let the odd one in

scottish hip-hop has always been looked down on - stanley odd are out to change that though... Mention Scottish hip-hop to people, and you’ll most likely elicit a laugh as people remember the infamous ‘Kelvingrove Rap Battles’ from YouTube. Beyond the lanky fifteen-year olds embarassing themselves in parks though, there’s a strong, vibrant hiphop scene happening right under our very noses. Spearheading the Scottish rap revolution are Stanley Odd, recently nominated at the Scottish Album of the Year awards - and frontman Solareye feels it’s “a good time to be involved.” “I think that Scottish hip-hop is in very good health at present.

The band hasn’t been the only output for Solareye in the last twelve months though; he released a solo record towards the end of 2012. Is there a plan in place to keep releasing things as they come? “The thing about Stanley Odd releases is we spend a lot of time on the process. It starts with writing an idea, jamming it at practice, recording it, then we chop it up into something new. “With the Solareye EP it was good to set ourselves a deadline - there will definitely be more from us in the new year.”

“There’s a very strong and diverse community of people making hip-hop in Scotland and it feels like good music is being made consistently from a range of people.”

2013 has already been massive for the band - the aforementioned Scottish Album of the Year nomination, as well as a trip to New York after winning the Nordoff Robbins Music Therapy in Scotland award, but Solareye and co. aren’t resting on their laurels.

Stanley Odd have been described in terms as niche as ‘cerbral geek rap,’ but Solareye prefers to refer to their sound as “live, alternative hip-hop.”

“We’re writing some new material, and getting geared up for another festival season. We might even be releasing a little something before the summer!”

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Following the fantastic response to new album ‘Stud’ and their subsequent SAMA nomination, we talk to Dundonian rockers Fat Goth

Dundee hasn’t seen anything like it. Not even when their football teams were shocking the big guns around Europe was as much written about the City of Discovery. Fat Goth seem to have that something special that David Narey and co. were missing, given the unprecedented coverage their new album ‘Stud’ has received. “I’m somewhat astounded by just how well it’s been received and how far it’s managed to reach in terms of media exposure,” answers Fat Goth guitarist Fraser Stewart, who introduces himself as having “a permanent chip on his shoulder,” the sort of self-deprecating humour that pervades ‘Stud’.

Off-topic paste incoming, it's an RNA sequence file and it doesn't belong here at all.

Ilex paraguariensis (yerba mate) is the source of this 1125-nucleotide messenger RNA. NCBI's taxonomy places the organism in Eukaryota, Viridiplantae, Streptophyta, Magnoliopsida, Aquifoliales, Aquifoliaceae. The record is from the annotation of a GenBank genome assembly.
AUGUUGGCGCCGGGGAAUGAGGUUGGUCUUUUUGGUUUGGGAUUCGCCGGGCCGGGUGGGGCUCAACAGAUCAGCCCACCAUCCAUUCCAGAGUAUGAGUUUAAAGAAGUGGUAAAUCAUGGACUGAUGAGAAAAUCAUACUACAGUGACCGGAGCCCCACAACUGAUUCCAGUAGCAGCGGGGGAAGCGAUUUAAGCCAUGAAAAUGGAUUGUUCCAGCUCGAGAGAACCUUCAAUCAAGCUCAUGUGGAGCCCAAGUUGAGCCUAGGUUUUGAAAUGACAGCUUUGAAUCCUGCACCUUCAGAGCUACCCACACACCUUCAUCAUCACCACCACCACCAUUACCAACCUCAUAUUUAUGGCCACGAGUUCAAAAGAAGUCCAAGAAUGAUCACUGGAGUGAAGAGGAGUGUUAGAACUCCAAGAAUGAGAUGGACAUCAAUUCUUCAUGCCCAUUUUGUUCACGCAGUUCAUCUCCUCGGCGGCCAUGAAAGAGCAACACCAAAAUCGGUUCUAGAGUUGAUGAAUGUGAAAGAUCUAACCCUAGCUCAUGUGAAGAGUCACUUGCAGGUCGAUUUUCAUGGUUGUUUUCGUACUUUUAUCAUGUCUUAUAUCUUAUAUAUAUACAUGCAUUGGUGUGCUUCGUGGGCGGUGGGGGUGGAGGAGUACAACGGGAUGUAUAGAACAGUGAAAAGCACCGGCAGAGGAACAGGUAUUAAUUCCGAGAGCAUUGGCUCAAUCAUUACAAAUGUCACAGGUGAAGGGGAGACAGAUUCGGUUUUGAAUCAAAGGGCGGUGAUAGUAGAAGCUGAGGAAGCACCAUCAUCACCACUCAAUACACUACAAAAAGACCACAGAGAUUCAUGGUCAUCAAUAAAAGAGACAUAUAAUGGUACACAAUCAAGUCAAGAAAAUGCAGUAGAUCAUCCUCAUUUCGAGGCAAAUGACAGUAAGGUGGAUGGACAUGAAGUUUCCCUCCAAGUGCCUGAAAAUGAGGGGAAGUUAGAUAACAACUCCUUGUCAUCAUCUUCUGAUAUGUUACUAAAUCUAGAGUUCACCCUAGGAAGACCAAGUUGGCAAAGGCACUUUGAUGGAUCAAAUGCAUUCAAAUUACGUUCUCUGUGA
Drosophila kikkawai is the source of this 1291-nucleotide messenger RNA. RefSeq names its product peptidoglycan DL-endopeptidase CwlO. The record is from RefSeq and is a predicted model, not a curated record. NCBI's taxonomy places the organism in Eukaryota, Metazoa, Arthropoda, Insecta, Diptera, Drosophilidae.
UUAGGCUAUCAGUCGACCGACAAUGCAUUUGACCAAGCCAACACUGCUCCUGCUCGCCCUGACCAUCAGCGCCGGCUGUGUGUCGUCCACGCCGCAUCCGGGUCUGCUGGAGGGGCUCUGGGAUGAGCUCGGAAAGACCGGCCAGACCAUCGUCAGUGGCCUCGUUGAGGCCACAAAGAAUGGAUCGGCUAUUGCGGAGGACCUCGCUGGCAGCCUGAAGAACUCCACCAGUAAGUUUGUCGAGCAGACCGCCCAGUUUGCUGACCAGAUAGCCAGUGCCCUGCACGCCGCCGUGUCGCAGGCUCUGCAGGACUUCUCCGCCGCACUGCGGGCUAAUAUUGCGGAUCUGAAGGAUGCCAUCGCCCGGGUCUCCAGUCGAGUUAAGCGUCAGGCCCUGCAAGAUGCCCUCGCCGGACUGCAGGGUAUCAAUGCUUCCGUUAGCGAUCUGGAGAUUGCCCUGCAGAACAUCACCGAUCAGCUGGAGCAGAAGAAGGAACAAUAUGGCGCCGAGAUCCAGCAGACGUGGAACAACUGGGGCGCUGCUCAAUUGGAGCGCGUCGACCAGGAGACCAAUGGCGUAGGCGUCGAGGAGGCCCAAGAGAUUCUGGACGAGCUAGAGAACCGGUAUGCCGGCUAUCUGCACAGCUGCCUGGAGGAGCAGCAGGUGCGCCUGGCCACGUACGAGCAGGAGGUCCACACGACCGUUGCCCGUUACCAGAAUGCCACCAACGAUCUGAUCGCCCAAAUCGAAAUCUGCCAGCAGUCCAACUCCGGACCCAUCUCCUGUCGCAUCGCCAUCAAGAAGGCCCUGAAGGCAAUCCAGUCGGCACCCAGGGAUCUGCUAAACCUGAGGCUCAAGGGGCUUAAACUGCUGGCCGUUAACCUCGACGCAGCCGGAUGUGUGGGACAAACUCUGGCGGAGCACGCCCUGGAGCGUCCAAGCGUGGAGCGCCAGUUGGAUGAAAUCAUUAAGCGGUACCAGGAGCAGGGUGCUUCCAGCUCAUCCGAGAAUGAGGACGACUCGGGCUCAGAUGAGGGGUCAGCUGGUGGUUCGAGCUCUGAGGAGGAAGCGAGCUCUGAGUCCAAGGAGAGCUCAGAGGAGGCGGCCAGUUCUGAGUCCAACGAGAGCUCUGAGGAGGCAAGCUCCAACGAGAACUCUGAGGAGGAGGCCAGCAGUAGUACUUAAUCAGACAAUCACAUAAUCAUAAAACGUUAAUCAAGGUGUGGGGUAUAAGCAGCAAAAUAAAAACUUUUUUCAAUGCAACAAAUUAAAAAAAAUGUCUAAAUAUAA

taste. Therefore, the music I make will be good.’ Amen.” ‘Stud’ saw its release in January, setting the band up for a 2013 that, previously, they could only have dreamed about. The mission isn’t over there though, as Fraser explains. “This is just the beginning. We’re about to embark on our first week-long crusade below the border - I’m sure the facial expressions of bewilderment, confusion and disgust will be as consistent in England as they are in our native Scotland.” The trio’s achievements this year are all the more impressive, given the tendency for any music in Scotland to be focused upon our two biggest cities, Glasgow and Edinburgh.

“For the most part it’s loud, guitar riff-heavy, slightly weird, visceral rock music “I think all we’ve ever tried to do is simply with a punk/metal flare.” focus on writing the best

“Our drummer, Mark, who also acts as our general manager/ whip-cracker, insisted on giving ‘Stud’ a proper release rather than simply punting it up on our bandcamp page for free as soon as the recording sessions were complete.”

Despite national and local press now falling over themselves to speak to the Dundonian three-piece, nobody within the media sphere has thus far been able to accurately define the Fat Goth sound - so who better to do so than Fraser himself? “For the most part it’s loud, guitar riff-heavy, slightly weird, visceral rock music with a punk/metal flare. “Personally, I hope folk regard our music as unpredictable and difficult to pigeonhole. I’m a big Melvins fan and I really liked this quote from Buzz - ‘I believe I have good

music we possibly can. If it’s good enough, people will eventually hear it and enjoy it regardless of where it’s from.